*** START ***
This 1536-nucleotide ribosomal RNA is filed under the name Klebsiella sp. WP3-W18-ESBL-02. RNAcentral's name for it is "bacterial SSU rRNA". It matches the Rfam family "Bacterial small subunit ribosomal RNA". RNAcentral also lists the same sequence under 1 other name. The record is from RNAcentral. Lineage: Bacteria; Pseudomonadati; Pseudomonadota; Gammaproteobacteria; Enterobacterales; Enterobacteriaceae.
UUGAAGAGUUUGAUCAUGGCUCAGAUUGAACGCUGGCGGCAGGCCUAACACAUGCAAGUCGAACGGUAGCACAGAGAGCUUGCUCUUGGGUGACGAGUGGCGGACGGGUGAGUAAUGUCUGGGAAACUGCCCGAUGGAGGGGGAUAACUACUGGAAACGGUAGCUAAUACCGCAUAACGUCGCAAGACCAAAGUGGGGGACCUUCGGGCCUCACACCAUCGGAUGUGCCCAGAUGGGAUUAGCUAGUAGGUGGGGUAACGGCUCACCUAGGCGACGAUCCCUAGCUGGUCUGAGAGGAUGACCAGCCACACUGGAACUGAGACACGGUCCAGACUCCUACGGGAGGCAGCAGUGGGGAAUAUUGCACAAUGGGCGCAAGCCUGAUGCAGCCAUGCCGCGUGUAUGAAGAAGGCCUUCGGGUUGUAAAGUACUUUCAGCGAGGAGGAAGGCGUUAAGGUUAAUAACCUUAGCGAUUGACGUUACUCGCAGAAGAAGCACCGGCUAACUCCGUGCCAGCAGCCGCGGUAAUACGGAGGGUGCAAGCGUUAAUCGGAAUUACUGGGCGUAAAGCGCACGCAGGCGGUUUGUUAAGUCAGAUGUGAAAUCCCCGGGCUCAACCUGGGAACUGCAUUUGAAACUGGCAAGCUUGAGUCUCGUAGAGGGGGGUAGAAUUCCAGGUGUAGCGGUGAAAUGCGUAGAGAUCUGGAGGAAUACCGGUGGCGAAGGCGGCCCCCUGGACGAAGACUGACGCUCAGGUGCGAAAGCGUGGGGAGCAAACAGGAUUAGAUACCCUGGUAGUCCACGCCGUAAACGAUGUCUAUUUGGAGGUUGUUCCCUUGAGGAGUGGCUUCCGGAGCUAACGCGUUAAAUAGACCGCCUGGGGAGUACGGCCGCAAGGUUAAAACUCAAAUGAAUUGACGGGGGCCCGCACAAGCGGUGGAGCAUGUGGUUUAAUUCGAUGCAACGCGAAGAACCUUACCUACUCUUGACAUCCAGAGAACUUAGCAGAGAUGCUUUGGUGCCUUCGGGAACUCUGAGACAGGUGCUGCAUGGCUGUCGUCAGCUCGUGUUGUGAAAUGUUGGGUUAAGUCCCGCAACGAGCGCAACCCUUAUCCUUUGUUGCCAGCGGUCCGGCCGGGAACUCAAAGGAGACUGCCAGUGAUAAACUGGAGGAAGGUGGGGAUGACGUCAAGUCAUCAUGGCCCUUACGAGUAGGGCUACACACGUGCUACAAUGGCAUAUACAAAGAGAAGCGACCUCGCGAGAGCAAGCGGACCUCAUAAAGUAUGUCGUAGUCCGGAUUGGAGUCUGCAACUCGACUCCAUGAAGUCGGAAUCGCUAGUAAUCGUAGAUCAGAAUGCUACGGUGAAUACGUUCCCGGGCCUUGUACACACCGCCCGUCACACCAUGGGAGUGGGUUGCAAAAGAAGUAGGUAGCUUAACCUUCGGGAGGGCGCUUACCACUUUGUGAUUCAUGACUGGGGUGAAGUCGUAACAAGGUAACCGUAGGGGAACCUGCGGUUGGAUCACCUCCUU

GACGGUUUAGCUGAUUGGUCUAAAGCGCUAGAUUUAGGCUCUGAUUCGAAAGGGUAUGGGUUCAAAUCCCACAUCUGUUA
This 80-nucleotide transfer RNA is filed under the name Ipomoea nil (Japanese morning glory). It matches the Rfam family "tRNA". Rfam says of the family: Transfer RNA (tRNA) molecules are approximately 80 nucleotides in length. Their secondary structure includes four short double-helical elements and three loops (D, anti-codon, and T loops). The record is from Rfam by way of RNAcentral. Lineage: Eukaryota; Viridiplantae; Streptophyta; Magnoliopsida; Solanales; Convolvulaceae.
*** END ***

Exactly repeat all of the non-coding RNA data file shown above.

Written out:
This 1536-nucleotide ribosomal RNA is filed under the name Klebsiella sp. WP3-W18-ESBL-02. RNAcentral's name for it is "bacterial SSU rRNA". It matches the Rfam family "Bacterial small subunit ribosomal RNA". RNAcentral also lists the same sequence under 1 other name. The record is from RNAcentral. Lineage: Bacteria; Pseudomonadati; Pseudomonadota; Gammaproteobacteria; Enterobacterales; Enterobacteriaceae.
UUGAAGAGUUUGAUCAUGGCUCAGAUUGAACGCUGGCGGCAGGCCUAACACAUGCAAGUCGAACGGUAGCACAGAGAGCUUGCUCUUGGGUGACGAGUGGCGGACGGGUGAGUAAUGUCUGGGAAACUGCCCGAUGGAGGGGGAUAACUACUGGAAACGGUAGCUAAUACCGCAUAACGUCGCAAGACCAAAGUGGGGGACCUUCGGGCCUCACACCAUCGGAUGUGCCCAGAUGGGAUUAGCUAGUAGGUGGGGUAACGGCUCACCUAGGCGACGAUCCCUAGCUGGUCUGAGAGGAUGACCAGCCACACUGGAACUGAGACACGGUCCAGACUCCUACGGGAGGCAGCAGUGGGGAAUAUUGCACAAUGGGCGCAAGCCUGAUGCAGCCAUGCCGCGUGUAUGAAGAAGGCCUUCGGGUUGUAAAGUACUUUCAGCGAGGAGGAAGGCGUUAAGGUUAAUAACCUUAGCGAUUGACGUUACUCGCAGAAGAAGCACCGGCUAACUCCGUGCCAGCAGCCGCGGUAAUACGGAGGGUGCAAGCGUUAAUCGGAAUUACUGGGCGUAAAGCGCACGCAGGCGGUUUGUUAAGUCAGAUGUGAAAUCCCCGGGCUCAACCUGGGAACUGCAUUUGAAACUGGCAAGCUUGAGUCUCGUAGAGGGGGGUAGAAUUCCAGGUGUAGCGGUGAAAUGCGUAGAGAUCUGGAGGAAUACCGGUGGCGAAGGCGGCCCCCUGGACGAAGACUGACGCUCAGGUGCGAAAGCGUGGGGAGCAAACAGGAUUAGAUACCCUGGUAGUCCACGCCGUAAACGAUGUCUAUUUGGAGGUUGUUCCCUUGAGGAGUGGCUUCCGGAGCUAACGCGUUAAAUAGACCGCCUGGGGAGUACGGCCGCAAGGUUAAAACUCAAAUGAAUUGACGGGGGCCCGCACAAGCGGUGGAGCAUGUGGUUUAAUUCGAUGCAACGCGAAGAACCUUACCUACUCUUGACAUCCAGAGAACUUAGCAGAGAUGCUUUGGUGCCUUCGGGAACUCUGAGACAGGUGCUGCAUGGCUGUCGUCAGCUCGUGUUGUGAAAUGUUGGGUUAAGUCCCGCAACGAGCGCAACCCUUAUCCUUUGUUGCCAGCGGUCCGGCCGGGAACUCAAAGGAGACUGCCAGUGAUAAACUGGAGGAAGGUGGGGAUGACGUCAAGUCAUCAUGGCCCUUACGAGUAGGGCUACACACGUGCUACAAUGGCAUAUACAAAGAGAAGCGACCUCGCGAGAGCAAGCGGACCUCAUAAAGUAUGUCGUAGUCCGGAUUGGAGUCUGCAACUCGACUCCAUGAAGUCGGAAUCGCUAGUAAUCGUAGAUCAGAAUGCUACGGUGAAUACGUUCCCGGGCCUUGUACACACCGCCCGUCACACCAUGGGAGUGGGUUGCAAAAGAAGUAGGUAGCUUAACCUUCGGGAGGGCGCUUACCACUUUGUGAUUCAUGACUGGGGUGAAGUCGUAACAAGGUAACCGUAGGGGAACCUGCGGUUGGAUCACCUCCUU

GACGGUUUAGCUGAUUGGUCUAAAGCGCUAGAUUUAGGCUCUGAUUCGAAAGGGUAUGGGUUCAAAUCCCACAUCUGUUA
This 80-nucleotide transfer RNA is filed under the name Ipomoea nil (Japanese morning glory). It matches the Rfam family "tRNA". Rfam says of the family: Transfer RNA (tRNA) molecules are approximately 80 nucleotides in length. Their secondary structure includes four short double-helical elements and three loops (D, anti-codon, and T loops). The record is from Rfam by way of RNAcentral. Lineage: Eukaryota; Viridiplantae; Streptophyta; Magnoliopsida; Solanales; Convolvulaceae.